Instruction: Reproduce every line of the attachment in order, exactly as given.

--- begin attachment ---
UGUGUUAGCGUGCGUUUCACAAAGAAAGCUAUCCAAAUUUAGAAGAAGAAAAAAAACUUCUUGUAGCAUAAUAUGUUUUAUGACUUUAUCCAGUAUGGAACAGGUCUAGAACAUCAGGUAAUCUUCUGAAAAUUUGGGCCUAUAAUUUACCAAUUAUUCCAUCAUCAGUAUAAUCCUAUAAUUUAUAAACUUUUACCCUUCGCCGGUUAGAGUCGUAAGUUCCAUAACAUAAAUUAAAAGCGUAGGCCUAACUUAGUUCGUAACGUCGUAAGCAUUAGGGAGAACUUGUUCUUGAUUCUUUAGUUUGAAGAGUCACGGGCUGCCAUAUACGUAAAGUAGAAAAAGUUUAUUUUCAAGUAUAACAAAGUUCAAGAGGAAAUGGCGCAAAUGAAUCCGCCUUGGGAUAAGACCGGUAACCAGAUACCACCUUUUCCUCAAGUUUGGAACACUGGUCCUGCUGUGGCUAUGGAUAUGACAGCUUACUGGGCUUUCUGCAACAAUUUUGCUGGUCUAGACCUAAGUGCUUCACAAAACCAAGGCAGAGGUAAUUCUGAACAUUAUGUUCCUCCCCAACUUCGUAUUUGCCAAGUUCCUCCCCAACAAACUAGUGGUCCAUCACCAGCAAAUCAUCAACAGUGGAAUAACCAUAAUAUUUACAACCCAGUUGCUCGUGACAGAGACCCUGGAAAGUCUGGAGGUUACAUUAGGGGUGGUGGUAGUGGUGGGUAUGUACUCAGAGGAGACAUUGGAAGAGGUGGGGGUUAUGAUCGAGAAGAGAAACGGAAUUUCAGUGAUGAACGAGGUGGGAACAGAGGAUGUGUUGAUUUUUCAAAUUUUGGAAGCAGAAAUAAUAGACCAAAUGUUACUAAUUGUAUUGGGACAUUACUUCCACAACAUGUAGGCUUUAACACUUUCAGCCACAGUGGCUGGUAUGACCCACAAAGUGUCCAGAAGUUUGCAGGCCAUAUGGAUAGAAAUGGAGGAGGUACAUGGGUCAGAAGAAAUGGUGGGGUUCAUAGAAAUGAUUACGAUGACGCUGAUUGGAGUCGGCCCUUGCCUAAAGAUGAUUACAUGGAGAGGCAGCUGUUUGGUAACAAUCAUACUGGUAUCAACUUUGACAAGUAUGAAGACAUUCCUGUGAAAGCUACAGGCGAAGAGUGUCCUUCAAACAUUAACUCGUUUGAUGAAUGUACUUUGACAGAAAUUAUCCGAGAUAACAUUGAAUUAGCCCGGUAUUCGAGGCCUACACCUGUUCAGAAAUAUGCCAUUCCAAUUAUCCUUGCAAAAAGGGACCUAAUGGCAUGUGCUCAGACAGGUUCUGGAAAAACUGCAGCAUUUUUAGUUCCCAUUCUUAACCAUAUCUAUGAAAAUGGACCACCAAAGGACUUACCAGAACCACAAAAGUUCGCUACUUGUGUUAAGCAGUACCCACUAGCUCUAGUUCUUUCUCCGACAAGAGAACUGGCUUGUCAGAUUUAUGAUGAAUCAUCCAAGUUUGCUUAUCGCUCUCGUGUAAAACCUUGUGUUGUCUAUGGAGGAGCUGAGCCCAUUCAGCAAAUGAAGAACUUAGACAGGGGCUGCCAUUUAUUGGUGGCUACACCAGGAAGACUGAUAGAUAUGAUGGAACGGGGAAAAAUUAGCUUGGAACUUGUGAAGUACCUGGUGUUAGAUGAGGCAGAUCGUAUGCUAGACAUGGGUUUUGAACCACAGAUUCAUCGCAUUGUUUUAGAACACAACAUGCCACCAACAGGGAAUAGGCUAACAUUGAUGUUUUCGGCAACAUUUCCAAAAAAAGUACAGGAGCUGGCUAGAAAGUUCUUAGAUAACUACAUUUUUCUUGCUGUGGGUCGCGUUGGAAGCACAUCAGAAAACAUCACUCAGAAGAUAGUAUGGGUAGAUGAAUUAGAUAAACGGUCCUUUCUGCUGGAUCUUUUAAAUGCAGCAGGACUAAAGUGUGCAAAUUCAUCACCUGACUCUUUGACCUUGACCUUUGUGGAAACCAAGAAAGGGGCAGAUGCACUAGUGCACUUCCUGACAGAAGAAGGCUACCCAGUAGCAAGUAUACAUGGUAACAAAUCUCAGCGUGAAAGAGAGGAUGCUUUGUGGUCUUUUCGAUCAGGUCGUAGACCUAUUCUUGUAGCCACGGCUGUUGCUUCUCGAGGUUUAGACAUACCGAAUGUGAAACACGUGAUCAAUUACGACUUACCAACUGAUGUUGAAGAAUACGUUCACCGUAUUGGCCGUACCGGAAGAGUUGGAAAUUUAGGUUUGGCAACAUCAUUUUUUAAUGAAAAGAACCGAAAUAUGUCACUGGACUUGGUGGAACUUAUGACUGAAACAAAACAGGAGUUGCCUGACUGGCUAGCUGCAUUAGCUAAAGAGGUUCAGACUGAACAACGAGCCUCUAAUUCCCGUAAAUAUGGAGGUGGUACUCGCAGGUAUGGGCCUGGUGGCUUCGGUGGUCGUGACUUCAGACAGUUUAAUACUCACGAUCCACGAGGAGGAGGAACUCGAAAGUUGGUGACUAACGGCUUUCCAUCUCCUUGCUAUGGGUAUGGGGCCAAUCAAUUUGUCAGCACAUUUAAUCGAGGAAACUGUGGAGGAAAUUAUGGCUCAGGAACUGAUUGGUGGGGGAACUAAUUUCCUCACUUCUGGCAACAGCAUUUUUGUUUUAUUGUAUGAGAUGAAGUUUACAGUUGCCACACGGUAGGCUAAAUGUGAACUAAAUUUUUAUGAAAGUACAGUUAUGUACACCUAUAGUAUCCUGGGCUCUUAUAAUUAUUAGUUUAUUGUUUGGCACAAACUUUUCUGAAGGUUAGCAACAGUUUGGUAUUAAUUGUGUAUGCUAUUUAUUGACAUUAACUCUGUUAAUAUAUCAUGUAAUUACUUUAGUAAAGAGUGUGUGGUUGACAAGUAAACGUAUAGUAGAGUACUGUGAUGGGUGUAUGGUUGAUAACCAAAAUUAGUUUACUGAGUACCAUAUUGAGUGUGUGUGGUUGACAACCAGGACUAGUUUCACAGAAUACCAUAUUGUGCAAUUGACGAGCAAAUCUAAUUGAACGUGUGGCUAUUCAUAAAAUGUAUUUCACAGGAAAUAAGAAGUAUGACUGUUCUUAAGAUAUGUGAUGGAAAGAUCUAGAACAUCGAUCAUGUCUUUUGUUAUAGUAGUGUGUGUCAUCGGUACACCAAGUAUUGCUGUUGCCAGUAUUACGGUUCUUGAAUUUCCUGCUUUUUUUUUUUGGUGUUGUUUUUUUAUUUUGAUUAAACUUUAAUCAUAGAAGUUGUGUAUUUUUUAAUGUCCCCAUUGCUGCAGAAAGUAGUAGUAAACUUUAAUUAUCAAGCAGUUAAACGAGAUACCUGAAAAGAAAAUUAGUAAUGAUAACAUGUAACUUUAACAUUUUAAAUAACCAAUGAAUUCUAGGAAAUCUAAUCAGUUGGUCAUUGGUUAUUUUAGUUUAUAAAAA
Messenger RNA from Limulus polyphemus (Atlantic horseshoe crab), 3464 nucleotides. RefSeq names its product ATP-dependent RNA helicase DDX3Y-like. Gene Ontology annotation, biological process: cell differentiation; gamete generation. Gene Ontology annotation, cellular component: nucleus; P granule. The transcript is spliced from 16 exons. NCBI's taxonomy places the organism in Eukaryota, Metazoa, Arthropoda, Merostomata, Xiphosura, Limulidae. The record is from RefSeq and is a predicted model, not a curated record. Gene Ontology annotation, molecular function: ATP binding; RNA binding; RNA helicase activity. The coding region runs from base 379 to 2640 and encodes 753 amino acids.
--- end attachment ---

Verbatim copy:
UGUGUUAGCGUGCGUUUCACAAAGAAAGCUAUCCAAAUUUAGAAGAAGAAAAAAAACUUCUUGUAGCAUAAUAUGUUUUAUGACUUUAUCCAGUAUGGAACAGGUCUAGAACAUCAGGUAAUCUUCUGAAAAUUUGGGCCUAUAAUUUACCAAUUAUUCCAUCAUCAGUAUAAUCCUAUAAUUUAUAAACUUUUACCCUUCGCCGGUUAGAGUCGUAAGUUCCAUAACAUAAAUUAAAAGCGUAGGCCUAACUUAGUUCGUAACGUCGUAAGCAUUAGGGAGAACUUGUUCUUGAUUCUUUAGUUUGAAGAGUCACGGGCUGCCAUAUACGUAAAGUAGAAAAAGUUUAUUUUCAAGUAUAACAAAGUUCAAGAGGAAAUGGCGCAAAUGAAUCCGCCUUGGGAUAAGACCGGUAACCAGAUACCACCUUUUCCUCAAGUUUGGAACACUGGUCCUGCUGUGGCUAUGGAUAUGACAGCUUACUGGGCUUUCUGCAACAAUUUUGCUGGUCUAGACCUAAGUGCUUCACAAAACCAAGGCAGAGGUAAUUCUGAACAUUAUGUUCCUCCCCAACUUCGUAUUUGCCAAGUUCCUCCCCAACAAACUAGUGGUCCAUCACCAGCAAAUCAUCAACAGUGGAAUAACCAUAAUAUUUACAACCCAGUUGCUCGUGACAGAGACCCUGGAAAGUCUGGAGGUUACAUUAGGGGUGGUGGUAGUGGUGGGUAUGUACUCAGAGGAGACAUUGGAAGAGGUGGGGGUUAUGAUCGAGAAGAGAAACGGAAUUUCAGUGAUGAACGAGGUGGGAACAGAGGAUGUGUUGAUUUUUCAAAUUUUGGAAGCAGAAAUAAUAGACCAAAUGUUACUAAUUGUAUUGGGACAUUACUUCCACAACAUGUAGGCUUUAACACUUUCAGCCACAGUGGCUGGUAUGACCCACAAAGUGUCCAGAAGUUUGCAGGCCAUAUGGAUAGAAAUGGAGGAGGUACAUGGGUCAGAAGAAAUGGUGGGGUUCAUAGAAAUGAUUACGAUGACGCUGAUUGGAGUCGGCCCUUGCCUAAAGAUGAUUACAUGGAGAGGCAGCUGUUUGGUAACAAUCAUACUGGUAUCAACUUUGACAAGUAUGAAGACAUUCCUGUGAAAGCUACAGGCGAAGAGUGUCCUUCAAACAUUAACUCGUUUGAUGAAUGUACUUUGACAGAAAUUAUCCGAGAUAACAUUGAAUUAGCCCGGUAUUCGAGGCCUACACCUGUUCAGAAAUAUGCCAUUCCAAUUAUCCUUGCAAAAAGGGACCUAAUGGCAUGUGCUCAGACAGGUUCUGGAAAAACUGCAGCAUUUUUAGUUCCCAUUCUUAACCAUAUCUAUGAAAAUGGACCACCAAAGGACUUACCAGAACCACAAAAGUUCGCUACUUGUGUUAAGCAGUACCCACUAGCUCUAGUUCUUUCUCCGACAAGAGAACUGGCUUGUCAGAUUUAUGAUGAAUCAUCCAAGUUUGCUUAUCGCUCUCGUGUAAAACCUUGUGUUGUCUAUGGAGGAGCUGAGCCCAUUCAGCAAAUGAAGAACUUAGACAGGGGCUGCCAUUUAUUGGUGGCUACACCAGGAAGACUGAUAGAUAUGAUGGAACGGGGAAAAAUUAGCUUGGAACUUGUGAAGUACCUGGUGUUAGAUGAGGCAGAUCGUAUGCUAGACAUGGGUUUUGAACCACAGAUUCAUCGCAUUGUUUUAGAACACAACAUGCCACCAACAGGGAAUAGGCUAACAUUGAUGUUUUCGGCAACAUUUCCAAAAAAAGUACAGGAGCUGGCUAGAAAGUUCUUAGAUAACUACAUUUUUCUUGCUGUGGGUCGCGUUGGAAGCACAUCAGAAAACAUCACUCAGAAGAUAGUAUGGGUAGAUGAAUUAGAUAAACGGUCCUUUCUGCUGGAUCUUUUAAAUGCAGCAGGACUAAAGUGUGCAAAUUCAUCACCUGACUCUUUGACCUUGACCUUUGUGGAAACCAAGAAAGGGGCAGAUGCACUAGUGCACUUCCUGACAGAAGAAGGCUACCCAGUAGCAAGUAUACAUGGUAACAAAUCUCAGCGUGAAAGAGAGGAUGCUUUGUGGUCUUUUCGAUCAGGUCGUAGACCUAUUCUUGUAGCCACGGCUGUUGCUUCUCGAGGUUUAGACAUACCGAAUGUGAAACACGUGAUCAAUUACGACUUACCAACUGAUGUUGAAGAAUACGUUCACCGUAUUGGCCGUACCGGAAGAGUUGGAAAUUUAGGUUUGGCAACAUCAUUUUUUAAUGAAAAGAACCGAAAUAUGUCACUGGACUUGGUGGAACUUAUGACUGAAACAAAACAGGAGUUGCCUGACUGGCUAGCUGCAUUAGCUAAAGAGGUUCAGACUGAACAACGAGCCUCUAAUUCCCGUAAAUAUGGAGGUGGUACUCGCAGGUAUGGGCCUGGUGGCUUCGGUGGUCGUGACUUCAGACAGUUUAAUACUCACGAUCCACGAGGAGGAGGAACUCGAAAGUUGGUGACUAACGGCUUUCCAUCUCCUUGCUAUGGGUAUGGGGCCAAUCAAUUUGUCAGCACAUUUAAUCGAGGAAACUGUGGAGGAAAUUAUGGCUCAGGAACUGAUUGGUGGGGGAACUAAUUUCCUCACUUCUGGCAACAGCAUUUUUGUUUUAUUGUAUGAGAUGAAGUUUACAGUUGCCACACGGUAGGCUAAAUGUGAACUAAAUUUUUAUGAAAGUACAGUUAUGUACACCUAUAGUAUCCUGGGCUCUUAUAAUUAUUAGUUUAUUGUUUGGCACAAACUUUUCUGAAGGUUAGCAACAGUUUGGUAUUAAUUGUGUAUGCUAUUUAUUGACAUUAACUCUGUUAAUAUAUCAUGUAAUUACUUUAGUAAAGAGUGUGUGGUUGACAAGUAAACGUAUAGUAGAGUACUGUGAUGGGUGUAUGGUUGAUAACCAAAAUUAGUUUACUGAGUACCAUAUUGAGUGUGUGUGGUUGACAACCAGGACUAGUUUCACAGAAUACCAUAUUGUGCAAUUGACGAGCAAAUCUAAUUGAACGUGUGGCUAUUCAUAAAAUGUAUUUCACAGGAAAUAAGAAGUAUGACUGUUCUUAAGAUAUGUGAUGGAAAGAUCUAGAACAUCGAUCAUGUCUUUUGUUAUAGUAGUGUGUGUCAUCGGUACACCAAGUAUUGCUGUUGCCAGUAUUACGGUUCUUGAAUUUCCUGCUUUUUUUUUUUGGUGUUGUUUUUUUAUUUUGAUUAAACUUUAAUCAUAGAAGUUGUGUAUUUUUUAAUGUCCCCAUUGCUGCAGAAAGUAGUAGUAAACUUUAAUUAUCAAGCAGUUAAACGAGAUACCUGAAAAGAAAAUUAGUAAUGAUAACAUGUAACUUUAACAUUUUAAAUAACCAAUGAAUUCUAGGAAAUCUAAUCAGUUGGUCAUUGGUUAUUUUAGUUUAUAAAAA
Messenger RNA from Limulus polyphemus (Atlantic horseshoe crab), 3464 nucleotides. RefSeq names its product ATP-dependent RNA helicase DDX3Y-like. Gene Ontology annotation, biological process: cell differentiation; gamete generation. Gene Ontology annotation, cellular component: nucleus; P granule. The transcript is spliced from 16 exons. NCBI's taxonomy places the organism in Eukaryota, Metazoa, Arthropoda, Merostomata, Xiphosura, Limulidae. The record is from RefSeq and is a predicted model, not a curated record. Gene Ontology annotation, molecular function: ATP binding; RNA binding; RNA helicase activity. The coding region runs from base 379 to 2640 and encodes 753 amino acids.